Sovereignty at Stake in 1789: The French Revolution Begins

By Robert H. Blackman

What do historians mean when they say that sovereignty moved from King Louis XVI of France to the National Assembly on 17 June 1789? That was the date when the deputies of the Third Estate, along with a score of deputies from the clergy, constituted themselves and undertook to nationalize and guarantee the royal debt. Is sovereignty purely symbolic, or is it something political bodies have that can actually do things, i.e. bodies that can both declare policies and put them into action? My book, 1789: The French Revolution Begins, illustrates that a declaration of sovereignty is one thing and the actual embodiment of sovereignty is another. If the deputies of the Third Estate declared the nation sovereign on 17 June 1789 (and I have my doubts that they did), the assembly they founded certainly did not enjoy sovereign power until much later. It took them months of struggle, both with the more conservative deputies of the noble and clerical orders and with Louis XVI and his advisors, to establish the National Assembly as a body that could write a constitution for France and oversee the implementation of the reforms necessary to save France from the terrible threats of anarchy or despotism.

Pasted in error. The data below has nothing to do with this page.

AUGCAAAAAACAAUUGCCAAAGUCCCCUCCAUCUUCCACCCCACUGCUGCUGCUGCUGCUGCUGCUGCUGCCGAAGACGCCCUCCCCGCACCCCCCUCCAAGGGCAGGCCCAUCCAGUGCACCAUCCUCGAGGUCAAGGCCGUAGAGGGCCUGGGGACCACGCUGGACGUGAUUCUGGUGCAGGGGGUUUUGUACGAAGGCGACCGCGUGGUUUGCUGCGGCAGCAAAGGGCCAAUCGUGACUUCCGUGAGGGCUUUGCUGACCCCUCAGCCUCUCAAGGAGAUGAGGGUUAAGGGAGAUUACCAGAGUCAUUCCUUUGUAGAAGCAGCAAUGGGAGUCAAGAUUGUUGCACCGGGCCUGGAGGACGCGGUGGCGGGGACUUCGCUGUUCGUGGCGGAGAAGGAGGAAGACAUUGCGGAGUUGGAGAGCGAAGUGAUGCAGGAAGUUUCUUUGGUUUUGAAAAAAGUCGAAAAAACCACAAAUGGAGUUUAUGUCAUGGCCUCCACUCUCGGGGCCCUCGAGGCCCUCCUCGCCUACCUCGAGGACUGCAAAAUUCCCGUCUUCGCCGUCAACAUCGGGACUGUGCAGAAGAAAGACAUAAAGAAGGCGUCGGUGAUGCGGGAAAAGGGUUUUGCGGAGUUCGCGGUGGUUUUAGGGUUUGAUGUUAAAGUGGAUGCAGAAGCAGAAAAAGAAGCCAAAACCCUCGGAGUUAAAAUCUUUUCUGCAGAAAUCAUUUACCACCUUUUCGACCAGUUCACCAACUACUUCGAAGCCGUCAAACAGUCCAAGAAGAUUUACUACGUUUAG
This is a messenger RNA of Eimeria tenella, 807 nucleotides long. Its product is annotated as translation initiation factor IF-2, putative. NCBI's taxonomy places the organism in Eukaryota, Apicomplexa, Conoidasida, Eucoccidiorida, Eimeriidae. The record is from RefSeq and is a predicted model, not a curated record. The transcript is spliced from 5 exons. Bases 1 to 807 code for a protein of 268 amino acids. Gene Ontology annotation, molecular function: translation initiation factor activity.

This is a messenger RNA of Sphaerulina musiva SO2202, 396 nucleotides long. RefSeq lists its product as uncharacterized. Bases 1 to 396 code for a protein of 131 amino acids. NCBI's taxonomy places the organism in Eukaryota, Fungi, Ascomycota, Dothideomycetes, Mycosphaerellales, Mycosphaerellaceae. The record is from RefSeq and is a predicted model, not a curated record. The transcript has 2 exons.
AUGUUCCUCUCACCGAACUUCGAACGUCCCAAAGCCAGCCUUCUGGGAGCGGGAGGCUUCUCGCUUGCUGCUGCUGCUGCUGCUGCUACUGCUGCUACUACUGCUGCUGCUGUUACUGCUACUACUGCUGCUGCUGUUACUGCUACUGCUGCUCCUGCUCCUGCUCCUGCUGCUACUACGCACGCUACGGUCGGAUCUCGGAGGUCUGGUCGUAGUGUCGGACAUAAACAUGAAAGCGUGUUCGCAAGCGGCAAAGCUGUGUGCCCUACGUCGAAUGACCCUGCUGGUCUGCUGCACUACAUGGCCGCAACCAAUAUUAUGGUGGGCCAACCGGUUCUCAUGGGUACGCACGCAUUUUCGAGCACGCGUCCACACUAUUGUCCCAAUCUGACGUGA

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Ouverture des États Généraux à Versailles.
Image courtesy of the Bibliothèque national de France.
Louis XVI opened the Estates General of 1789 on 5 May with a formal ceremony held in the main hall of the Salle des Menus Plaisirs de Roi in Versailles. The Third Estate later met in the same room, with the Nobles and Clergy assigned different rooms nearby.